Children go through changes during development that affect emotional expression and regulation, and it’s quite normal to see drastic differences in how your child handles each stage. As parents, it’s important that we ensure our children are supported through each stage and that we recognize when they are displaying something that could indicate a need for professional support. However, while professional intervention can provide a significant support system for a child, there are also many things parents can implement at home to support their children as well.
1. Model healthy coping skills.
Help your children learn how to deal with their emotions in a healthy way by modeling coping skills at home. You can engage in these skills with your child or talk them through doing them on their own. Activities such as deep breathing, using stress balls, making art (painting, coloring, doodling) or going for walks can be great strategies for coping with feelings.
2. Watch for behavior changes.
It’s very normal for kids to go through changes in behavior while progressing through different developmental stages. However, if you notice that your child has become more withdrawn or isolated from their friends, family or routine, it may be a sign that they’re experiencing a situation or feeling that they don’t know how to process on their own. Check in with your child and let them know you’re there and ready to support them however they need.
3. Keep communication open and honest.
It’s important that your child knows they can approach you with any issue, and that they will be received and listened to with love and support. Simply letting them know that you are there to support and listen to them without judgment can increase the likelihood that they’ll come to you when they have a problem.
4. Create a routine and set clear boundaries at home.
Uncertainty about day-to-day schedules can lead to a lot of stress or anxiety in a child’s life. Creating a general routine at home can provide some relief and peace for your child, whether it’s a schedule for daily meals or a weekly movie night. Having clear boundaries is also important for your child to know what is expected of them at home and can minimize feelings of frustration from both parent and child.
5. Let them know they are loved and supported.
For a child, one of the most important things you can provide is an environment where they know they are loved and important. They know they are supported no matter what they do, and this increases their feelings of security and safety in the home.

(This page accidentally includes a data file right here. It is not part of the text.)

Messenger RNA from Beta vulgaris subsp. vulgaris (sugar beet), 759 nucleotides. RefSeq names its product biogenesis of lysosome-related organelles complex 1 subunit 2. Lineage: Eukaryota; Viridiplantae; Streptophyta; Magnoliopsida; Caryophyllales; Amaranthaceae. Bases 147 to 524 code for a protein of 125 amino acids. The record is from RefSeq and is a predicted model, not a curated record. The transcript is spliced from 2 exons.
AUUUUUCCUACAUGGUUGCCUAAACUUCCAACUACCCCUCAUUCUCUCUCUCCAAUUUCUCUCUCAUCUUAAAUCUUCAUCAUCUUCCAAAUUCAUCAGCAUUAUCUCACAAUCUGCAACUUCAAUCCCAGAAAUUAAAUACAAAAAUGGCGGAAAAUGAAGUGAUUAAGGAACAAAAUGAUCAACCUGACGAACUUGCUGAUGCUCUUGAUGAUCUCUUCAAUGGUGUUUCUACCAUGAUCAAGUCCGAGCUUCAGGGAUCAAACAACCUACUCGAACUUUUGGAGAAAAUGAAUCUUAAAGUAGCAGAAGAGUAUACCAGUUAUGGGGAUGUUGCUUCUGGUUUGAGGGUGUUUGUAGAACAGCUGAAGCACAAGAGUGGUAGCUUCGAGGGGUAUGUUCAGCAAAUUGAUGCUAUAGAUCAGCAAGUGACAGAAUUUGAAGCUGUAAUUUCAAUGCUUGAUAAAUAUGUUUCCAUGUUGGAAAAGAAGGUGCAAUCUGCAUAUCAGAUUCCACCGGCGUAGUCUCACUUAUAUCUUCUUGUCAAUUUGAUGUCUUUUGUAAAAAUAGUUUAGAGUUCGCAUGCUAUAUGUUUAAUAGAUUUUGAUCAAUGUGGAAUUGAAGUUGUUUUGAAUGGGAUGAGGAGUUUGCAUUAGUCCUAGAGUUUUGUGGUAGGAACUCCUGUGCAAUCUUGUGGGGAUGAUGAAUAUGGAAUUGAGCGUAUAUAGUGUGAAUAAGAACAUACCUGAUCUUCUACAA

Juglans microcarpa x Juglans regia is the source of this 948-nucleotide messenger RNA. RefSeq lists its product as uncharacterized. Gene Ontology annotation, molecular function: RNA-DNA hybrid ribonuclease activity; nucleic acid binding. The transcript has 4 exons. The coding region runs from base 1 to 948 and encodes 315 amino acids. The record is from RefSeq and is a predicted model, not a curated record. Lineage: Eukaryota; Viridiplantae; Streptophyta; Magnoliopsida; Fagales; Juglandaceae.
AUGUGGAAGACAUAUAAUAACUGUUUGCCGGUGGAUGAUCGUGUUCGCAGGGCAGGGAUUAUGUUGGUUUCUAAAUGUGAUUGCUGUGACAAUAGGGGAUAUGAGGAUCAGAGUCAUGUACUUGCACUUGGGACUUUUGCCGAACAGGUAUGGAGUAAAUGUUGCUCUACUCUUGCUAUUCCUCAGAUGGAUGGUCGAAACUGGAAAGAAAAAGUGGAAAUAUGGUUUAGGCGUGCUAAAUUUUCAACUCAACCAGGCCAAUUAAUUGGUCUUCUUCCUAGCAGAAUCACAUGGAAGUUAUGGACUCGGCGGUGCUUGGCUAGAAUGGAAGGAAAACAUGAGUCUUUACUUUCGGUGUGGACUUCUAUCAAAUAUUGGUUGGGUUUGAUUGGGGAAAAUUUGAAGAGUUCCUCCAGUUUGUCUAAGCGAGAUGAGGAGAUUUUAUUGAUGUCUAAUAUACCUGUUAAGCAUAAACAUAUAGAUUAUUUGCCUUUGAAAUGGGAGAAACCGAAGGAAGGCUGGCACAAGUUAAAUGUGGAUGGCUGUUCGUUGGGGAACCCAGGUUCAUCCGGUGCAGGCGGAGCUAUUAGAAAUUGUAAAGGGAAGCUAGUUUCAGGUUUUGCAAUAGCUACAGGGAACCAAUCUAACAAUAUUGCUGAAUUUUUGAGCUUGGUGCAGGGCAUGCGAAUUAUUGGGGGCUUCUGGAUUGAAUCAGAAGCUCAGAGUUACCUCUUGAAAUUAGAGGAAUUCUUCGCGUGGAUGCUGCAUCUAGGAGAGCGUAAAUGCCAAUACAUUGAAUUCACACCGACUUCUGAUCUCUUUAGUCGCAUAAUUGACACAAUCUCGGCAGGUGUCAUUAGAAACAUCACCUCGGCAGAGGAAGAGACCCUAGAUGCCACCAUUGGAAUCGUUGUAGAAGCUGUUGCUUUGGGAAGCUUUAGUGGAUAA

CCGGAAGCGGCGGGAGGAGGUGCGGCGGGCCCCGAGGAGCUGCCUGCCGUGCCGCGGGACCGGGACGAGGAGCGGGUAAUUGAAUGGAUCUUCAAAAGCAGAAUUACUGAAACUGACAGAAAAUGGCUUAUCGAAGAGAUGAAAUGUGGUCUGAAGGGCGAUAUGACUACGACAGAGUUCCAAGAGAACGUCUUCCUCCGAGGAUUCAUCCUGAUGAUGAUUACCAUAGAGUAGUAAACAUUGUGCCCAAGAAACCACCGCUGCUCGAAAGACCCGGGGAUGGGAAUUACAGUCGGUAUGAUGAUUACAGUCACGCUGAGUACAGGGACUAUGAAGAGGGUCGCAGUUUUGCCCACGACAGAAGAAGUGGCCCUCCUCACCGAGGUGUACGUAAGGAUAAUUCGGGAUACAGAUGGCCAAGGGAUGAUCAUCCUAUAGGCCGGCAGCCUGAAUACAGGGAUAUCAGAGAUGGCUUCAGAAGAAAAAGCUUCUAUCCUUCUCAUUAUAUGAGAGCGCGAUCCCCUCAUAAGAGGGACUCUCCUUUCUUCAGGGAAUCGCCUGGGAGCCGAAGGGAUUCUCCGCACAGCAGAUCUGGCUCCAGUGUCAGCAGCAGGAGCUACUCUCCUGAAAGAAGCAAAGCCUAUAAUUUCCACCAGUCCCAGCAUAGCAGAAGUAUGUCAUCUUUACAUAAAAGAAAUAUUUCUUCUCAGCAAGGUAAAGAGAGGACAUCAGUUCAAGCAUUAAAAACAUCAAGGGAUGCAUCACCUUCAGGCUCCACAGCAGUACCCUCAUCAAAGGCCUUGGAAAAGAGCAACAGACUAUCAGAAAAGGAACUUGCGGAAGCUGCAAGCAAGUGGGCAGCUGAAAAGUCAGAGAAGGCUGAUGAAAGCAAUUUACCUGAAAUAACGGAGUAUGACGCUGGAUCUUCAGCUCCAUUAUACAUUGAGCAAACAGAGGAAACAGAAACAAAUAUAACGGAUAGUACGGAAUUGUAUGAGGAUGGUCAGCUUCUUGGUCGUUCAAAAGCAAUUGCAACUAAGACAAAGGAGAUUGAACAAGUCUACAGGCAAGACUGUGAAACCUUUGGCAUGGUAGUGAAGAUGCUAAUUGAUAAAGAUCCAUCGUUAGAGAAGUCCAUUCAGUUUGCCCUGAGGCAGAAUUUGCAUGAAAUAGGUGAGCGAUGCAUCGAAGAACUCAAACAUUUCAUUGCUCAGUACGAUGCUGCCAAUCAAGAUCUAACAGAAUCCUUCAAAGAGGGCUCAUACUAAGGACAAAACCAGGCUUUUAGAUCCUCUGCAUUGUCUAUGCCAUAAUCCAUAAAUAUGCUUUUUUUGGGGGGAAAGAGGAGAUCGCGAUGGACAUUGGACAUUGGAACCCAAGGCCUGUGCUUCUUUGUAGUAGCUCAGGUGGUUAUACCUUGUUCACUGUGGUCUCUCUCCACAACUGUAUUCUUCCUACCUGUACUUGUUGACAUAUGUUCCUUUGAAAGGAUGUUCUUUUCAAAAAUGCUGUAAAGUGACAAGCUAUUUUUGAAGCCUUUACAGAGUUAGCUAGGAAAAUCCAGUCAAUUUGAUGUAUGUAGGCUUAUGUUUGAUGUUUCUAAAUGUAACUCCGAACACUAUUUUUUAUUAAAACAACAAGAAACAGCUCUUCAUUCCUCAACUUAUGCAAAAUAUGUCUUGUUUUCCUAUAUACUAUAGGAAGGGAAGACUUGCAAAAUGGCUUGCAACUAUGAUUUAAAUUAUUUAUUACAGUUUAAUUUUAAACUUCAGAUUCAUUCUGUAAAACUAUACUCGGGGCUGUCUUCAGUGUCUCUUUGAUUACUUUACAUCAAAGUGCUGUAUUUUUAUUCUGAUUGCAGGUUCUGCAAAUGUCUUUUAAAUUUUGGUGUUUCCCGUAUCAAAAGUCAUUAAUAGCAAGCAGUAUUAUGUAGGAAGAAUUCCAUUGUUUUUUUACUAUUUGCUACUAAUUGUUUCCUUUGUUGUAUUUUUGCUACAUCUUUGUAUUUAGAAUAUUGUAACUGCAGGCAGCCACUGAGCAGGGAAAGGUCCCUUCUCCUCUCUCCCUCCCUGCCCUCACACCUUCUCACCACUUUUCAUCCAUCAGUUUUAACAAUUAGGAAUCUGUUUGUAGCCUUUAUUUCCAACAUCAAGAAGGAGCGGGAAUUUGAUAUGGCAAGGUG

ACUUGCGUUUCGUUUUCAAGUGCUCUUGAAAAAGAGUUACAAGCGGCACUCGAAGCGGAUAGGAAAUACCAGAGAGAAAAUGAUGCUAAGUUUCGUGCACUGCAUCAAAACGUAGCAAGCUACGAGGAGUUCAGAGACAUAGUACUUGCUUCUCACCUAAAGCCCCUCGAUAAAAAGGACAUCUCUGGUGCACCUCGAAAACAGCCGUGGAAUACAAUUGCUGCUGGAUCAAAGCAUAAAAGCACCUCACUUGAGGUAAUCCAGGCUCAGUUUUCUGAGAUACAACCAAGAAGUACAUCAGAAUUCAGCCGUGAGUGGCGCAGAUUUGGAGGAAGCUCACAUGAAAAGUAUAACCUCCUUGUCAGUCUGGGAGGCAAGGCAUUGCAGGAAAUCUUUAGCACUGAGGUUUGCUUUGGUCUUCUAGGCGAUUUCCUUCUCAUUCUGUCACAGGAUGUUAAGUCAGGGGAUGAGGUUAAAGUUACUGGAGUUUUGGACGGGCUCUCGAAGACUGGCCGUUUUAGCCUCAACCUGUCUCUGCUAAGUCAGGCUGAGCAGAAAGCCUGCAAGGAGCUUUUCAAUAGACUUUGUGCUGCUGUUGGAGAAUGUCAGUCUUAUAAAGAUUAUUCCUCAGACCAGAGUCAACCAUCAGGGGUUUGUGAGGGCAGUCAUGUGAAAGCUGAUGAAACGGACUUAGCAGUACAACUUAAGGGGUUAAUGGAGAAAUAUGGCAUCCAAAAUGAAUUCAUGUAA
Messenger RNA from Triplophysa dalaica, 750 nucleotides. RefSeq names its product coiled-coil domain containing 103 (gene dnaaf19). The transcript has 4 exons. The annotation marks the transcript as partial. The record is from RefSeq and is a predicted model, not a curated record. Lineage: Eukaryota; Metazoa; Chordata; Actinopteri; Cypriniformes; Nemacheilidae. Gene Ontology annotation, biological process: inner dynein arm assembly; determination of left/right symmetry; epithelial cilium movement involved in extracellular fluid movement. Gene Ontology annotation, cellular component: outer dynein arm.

6. Provide positive feedback and encouragement
Kids love to receive positive feedback and learn that they’ve done something well. Knowing they’ve done something well increases feelings of pride and confidence, which can stick with a child long term. In addition, providing positive reinforcement for behaviors will often encourage children to repeat that behavior.
7. Encourage joyful movement.
Physical activity provides a necessary outlet for kids, which is important for both physical and mental health. Helping children find a type of movement they enjoy, even from an early age, is a great way to ensure they remain engaged and interested. Participating in movement together with your child can also be a great way to get them involved.
8. Talk about emotions and feelings regularly.
Kids learn so much by watching their parents, including behaviors when it comes to emotional expression and regulation. Rather than simply saying your day was “good” or “OK,” try to discuss different emotions you felt throughout your day when talking with your child. Talk to them about the moment you felt stressed in a meeting or frustrated with a coworker—and then talk to them about how you handled your emotions in that situation. This teaches them that these feelings are normal, provides suggestions on how to handle the feelings and gives them the vocabulary to talk about a wider range of emotions affecting them.
9. Involve them in decision making.
As adults, we feel we know what’s best for our child, and so children are often left out of the decision-making process. Of course, it may be more appropriate for the parent to make the final decision. However, finding ways to include your child in making decisions can help them feel that they are heard and valued in their home. Something as simple as asking them whether they think you should prepare rice or macaroni and cheese with dinner can show them they have a voice and give them the confidence to use it.
10. Get professional help if needed.
Recognizing when your child needs help is a crucial skill to have as a parent. There may be times when it can be overwhelming or frustrating to try to handle your child’s behaviors or respond appropriately to their emotions. Don’t be afraid to find and ask for help—it can be a great benefit to both you and your child.
These tools can be excellent ways to help support your child’s mental well-being. But if your child is struggling with depression or anxiety, and you have exhausted your own means to help them, reach out to Discovery Mood & Anxiety Program for answers. We can find the right path for your child and you.
Madeline Radigan Langham is a registered dietitian who works with adolescents in mental health residential treatment. She is passionate about advocating for weight inclusivity and a non-diet approach to help people heal their relationships with food and their bodies. In her free time, she enjoys being outdoors and spending time on trails with her family. You can find more of Madeline’s thoughts and work at radnutrition.net or on Instagram at @mradnutrition.